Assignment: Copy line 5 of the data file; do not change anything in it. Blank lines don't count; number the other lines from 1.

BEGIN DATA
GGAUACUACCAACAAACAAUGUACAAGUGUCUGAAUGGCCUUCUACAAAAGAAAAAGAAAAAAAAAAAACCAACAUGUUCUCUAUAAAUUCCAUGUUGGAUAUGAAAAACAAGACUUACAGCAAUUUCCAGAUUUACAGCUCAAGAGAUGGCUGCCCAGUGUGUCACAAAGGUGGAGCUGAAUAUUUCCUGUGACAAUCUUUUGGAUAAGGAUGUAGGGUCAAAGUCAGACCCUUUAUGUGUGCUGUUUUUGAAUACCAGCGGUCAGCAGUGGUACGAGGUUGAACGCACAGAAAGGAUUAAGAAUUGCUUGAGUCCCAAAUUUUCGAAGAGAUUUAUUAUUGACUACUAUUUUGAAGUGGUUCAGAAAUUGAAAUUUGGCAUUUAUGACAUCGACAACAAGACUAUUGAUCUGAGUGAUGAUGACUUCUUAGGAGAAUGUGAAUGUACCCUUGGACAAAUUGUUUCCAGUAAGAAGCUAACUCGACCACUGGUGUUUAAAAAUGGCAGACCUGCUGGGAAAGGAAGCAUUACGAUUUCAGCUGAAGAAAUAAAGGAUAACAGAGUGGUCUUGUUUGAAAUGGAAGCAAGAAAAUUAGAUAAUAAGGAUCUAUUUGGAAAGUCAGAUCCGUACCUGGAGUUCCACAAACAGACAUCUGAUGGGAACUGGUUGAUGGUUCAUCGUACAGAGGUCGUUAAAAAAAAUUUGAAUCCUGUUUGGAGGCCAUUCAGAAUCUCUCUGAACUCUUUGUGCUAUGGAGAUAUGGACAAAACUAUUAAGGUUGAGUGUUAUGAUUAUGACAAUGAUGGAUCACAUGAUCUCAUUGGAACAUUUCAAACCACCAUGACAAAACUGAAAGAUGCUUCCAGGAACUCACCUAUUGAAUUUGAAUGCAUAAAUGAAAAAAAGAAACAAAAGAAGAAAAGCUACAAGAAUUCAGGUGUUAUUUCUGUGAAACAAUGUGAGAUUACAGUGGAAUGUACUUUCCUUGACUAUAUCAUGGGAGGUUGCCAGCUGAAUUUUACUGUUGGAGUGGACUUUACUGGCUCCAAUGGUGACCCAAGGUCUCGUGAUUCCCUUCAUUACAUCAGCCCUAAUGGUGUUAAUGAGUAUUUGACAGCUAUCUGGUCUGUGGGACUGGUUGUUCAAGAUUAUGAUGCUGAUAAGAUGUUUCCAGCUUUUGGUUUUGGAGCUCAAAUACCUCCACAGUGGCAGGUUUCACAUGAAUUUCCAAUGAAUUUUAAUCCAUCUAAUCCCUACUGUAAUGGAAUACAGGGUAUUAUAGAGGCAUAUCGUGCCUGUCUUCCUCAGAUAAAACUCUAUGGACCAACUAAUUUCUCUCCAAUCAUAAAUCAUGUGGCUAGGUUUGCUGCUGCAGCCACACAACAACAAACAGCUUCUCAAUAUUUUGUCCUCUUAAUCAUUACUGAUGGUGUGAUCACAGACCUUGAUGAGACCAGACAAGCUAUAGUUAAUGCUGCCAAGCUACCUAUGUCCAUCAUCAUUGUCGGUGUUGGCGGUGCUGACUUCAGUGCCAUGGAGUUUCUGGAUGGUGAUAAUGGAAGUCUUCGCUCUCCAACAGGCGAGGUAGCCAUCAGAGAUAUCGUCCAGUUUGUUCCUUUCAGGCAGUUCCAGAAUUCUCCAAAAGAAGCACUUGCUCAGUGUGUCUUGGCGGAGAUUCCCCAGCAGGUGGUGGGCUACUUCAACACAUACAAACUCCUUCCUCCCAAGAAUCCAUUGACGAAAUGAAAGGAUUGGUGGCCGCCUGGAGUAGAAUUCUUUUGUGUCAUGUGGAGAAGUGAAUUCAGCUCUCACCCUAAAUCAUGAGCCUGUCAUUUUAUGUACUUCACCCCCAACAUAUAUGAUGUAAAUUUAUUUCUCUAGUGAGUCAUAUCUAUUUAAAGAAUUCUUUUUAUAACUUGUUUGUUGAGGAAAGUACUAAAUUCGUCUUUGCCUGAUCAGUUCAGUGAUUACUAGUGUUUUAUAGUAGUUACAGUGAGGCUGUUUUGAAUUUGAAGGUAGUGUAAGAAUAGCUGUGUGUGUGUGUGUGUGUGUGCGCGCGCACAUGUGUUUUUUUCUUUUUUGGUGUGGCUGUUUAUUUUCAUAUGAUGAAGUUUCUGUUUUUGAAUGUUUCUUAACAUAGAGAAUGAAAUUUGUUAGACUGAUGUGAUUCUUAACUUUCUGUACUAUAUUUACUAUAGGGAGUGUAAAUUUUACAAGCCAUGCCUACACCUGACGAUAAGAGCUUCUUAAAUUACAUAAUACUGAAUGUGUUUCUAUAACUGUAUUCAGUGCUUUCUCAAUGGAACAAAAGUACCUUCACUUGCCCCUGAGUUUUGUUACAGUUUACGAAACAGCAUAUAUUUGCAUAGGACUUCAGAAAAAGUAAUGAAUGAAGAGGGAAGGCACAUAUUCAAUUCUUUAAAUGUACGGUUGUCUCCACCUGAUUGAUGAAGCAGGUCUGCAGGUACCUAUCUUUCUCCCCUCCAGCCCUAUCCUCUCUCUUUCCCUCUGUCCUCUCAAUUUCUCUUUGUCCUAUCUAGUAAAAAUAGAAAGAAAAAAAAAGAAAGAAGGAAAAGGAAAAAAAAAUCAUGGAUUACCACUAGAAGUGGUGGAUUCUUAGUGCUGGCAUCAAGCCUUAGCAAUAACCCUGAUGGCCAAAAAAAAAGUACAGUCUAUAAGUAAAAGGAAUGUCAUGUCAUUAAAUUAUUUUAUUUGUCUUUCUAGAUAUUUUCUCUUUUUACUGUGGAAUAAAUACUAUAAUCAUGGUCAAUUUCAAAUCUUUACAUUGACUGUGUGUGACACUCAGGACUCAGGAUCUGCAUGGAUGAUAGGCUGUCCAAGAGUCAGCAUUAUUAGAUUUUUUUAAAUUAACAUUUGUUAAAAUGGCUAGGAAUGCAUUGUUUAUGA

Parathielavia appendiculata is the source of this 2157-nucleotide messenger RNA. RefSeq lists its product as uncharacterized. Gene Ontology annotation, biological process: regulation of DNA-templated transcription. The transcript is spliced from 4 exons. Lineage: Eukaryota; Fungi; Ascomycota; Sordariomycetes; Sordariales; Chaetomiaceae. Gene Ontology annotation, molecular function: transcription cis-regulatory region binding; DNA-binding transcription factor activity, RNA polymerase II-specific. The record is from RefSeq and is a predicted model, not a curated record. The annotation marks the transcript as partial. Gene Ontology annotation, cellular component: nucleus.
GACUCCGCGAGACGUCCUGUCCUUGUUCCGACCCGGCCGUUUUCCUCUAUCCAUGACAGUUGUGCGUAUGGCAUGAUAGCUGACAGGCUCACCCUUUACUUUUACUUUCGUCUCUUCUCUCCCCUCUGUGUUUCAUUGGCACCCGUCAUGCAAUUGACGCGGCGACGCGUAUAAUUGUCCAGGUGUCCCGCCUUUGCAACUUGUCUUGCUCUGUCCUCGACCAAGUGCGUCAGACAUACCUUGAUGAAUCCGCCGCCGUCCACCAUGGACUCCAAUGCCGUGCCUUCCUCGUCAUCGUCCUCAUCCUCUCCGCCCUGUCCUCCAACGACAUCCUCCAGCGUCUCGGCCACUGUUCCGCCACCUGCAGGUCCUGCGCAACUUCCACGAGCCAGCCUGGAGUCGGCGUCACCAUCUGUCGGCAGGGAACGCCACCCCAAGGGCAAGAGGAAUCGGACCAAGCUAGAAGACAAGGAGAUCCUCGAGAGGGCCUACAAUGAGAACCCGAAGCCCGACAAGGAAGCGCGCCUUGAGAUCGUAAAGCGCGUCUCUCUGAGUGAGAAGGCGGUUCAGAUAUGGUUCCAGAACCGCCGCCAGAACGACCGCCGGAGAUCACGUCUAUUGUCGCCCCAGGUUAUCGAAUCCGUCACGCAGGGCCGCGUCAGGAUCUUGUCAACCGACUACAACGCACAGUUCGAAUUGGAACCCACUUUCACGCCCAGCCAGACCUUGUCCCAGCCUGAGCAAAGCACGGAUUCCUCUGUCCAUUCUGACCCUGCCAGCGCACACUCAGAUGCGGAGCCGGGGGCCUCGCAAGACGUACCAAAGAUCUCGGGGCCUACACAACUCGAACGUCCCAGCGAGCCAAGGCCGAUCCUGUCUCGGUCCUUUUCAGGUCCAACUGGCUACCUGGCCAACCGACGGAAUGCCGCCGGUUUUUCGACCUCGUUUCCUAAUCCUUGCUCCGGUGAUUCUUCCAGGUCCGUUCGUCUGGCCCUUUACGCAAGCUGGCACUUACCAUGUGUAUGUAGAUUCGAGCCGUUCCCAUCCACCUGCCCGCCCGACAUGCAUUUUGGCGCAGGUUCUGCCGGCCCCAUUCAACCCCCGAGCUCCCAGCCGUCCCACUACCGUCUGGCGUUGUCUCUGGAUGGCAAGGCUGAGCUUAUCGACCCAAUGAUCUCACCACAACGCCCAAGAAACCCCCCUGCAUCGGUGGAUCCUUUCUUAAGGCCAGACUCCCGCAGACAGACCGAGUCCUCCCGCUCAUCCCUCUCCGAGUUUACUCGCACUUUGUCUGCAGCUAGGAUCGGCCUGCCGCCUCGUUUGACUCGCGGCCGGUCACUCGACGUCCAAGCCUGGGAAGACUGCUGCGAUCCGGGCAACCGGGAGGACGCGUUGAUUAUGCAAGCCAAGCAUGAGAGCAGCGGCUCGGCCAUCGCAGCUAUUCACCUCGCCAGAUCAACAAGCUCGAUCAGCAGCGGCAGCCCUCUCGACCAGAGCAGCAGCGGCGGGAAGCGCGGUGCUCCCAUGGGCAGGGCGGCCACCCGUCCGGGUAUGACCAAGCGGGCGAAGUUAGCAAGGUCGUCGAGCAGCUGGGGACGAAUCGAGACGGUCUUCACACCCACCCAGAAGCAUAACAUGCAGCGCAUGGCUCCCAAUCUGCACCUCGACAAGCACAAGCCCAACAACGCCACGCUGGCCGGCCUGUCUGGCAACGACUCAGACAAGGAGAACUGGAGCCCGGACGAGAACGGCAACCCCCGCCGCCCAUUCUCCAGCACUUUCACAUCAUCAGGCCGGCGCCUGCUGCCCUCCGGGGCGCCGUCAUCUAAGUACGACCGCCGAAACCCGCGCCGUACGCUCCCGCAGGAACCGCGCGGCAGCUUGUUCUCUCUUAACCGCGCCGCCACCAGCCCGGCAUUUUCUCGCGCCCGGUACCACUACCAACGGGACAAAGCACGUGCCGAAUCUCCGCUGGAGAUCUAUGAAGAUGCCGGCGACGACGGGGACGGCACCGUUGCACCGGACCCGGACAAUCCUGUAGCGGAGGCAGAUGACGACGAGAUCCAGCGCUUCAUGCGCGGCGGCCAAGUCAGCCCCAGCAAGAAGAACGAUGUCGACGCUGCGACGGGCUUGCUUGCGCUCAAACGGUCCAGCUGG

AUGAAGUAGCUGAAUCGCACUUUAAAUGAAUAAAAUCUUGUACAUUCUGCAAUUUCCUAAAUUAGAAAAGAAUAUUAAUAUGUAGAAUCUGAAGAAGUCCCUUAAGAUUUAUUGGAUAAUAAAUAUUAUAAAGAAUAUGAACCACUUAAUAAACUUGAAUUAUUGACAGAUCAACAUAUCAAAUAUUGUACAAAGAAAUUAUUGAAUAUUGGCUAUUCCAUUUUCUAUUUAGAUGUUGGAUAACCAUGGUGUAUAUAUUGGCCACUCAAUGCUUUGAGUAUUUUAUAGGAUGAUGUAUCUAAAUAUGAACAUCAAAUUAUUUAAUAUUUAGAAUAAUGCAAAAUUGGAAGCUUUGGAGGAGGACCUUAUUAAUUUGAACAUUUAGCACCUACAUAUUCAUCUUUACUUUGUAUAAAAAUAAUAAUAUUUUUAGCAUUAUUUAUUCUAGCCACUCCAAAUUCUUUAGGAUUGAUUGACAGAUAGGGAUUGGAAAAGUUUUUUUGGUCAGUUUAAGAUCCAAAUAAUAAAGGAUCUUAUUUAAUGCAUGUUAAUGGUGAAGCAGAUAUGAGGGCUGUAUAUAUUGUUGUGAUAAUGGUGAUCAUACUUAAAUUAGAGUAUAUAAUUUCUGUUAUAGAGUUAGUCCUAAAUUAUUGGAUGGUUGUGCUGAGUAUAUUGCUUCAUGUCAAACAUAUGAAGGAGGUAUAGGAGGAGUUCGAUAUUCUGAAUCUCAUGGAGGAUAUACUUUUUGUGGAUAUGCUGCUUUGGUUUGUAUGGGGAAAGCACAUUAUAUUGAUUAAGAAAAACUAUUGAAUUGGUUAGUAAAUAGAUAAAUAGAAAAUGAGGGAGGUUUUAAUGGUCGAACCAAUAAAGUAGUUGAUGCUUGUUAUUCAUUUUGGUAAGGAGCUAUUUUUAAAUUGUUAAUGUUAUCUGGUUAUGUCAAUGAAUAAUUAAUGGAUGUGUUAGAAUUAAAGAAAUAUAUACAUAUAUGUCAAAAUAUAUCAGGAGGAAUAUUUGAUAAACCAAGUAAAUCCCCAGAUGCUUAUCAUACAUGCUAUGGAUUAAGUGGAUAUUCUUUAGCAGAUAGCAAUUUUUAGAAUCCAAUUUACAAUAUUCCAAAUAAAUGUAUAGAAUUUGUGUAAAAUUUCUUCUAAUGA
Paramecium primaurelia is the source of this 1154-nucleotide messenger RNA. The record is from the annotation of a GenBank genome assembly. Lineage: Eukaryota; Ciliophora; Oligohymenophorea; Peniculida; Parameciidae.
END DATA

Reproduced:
Paramecium primaurelia is the source of this 1154-nucleotide messenger RNA. The record is from the annotation of a GenBank genome assembly. Lineage: Eukaryota; Ciliophora; Oligohymenophorea; Peniculida; Parameciidae.